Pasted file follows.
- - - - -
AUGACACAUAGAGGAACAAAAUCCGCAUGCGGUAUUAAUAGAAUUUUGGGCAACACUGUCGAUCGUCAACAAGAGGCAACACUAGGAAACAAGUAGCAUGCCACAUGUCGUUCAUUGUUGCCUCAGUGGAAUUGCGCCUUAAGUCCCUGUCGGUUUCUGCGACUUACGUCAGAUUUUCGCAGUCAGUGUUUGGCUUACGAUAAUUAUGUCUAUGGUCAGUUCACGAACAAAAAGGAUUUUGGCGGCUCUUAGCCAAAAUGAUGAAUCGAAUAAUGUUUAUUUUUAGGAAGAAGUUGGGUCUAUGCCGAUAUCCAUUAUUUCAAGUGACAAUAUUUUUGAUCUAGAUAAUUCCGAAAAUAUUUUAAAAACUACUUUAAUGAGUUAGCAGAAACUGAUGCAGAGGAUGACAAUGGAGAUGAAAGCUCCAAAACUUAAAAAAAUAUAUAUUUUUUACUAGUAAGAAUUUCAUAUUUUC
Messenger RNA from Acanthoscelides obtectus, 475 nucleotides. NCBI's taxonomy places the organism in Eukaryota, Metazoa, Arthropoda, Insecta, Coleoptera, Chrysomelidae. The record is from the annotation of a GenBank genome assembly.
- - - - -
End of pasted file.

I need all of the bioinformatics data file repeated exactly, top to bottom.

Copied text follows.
AUGACACAUAGAGGAACAAAAUCCGCAUGCGGUAUUAAUAGAAUUUUGGGCAACACUGUCGAUCGUCAACAAGAGGCAACACUAGGAAACAAGUAGCAUGCCACAUGUCGUUCAUUGUUGCCUCAGUGGAAUUGCGCCUUAAGUCCCUGUCGGUUUCUGCGACUUACGUCAGAUUUUCGCAGUCAGUGUUUGGCUUACGAUAAUUAUGUCUAUGGUCAGUUCACGAACAAAAAGGAUUUUGGCGGCUCUUAGCCAAAAUGAUGAAUCGAAUAAUGUUUAUUUUUAGGAAGAAGUUGGGUCUAUGCCGAUAUCCAUUAUUUCAAGUGACAAUAUUUUUGAUCUAGAUAAUUCCGAAAAUAUUUUAAAAACUACUUUAAUGAGUUAGCAGAAACUGAUGCAGAGGAUGACAAUGGAGAUGAAAGCUCCAAAACUUAAAAAAAUAUAUAUUUUUUACUAGUAAGAAUUUCAUAUUUUC
Messenger RNA from Acanthoscelides obtectus, 475 nucleotides. NCBI's taxonomy places the organism in Eukaryota, Metazoa, Arthropoda, Insecta, Coleoptera, Chrysomelidae. The record is from the annotation of a GenBank genome assembly.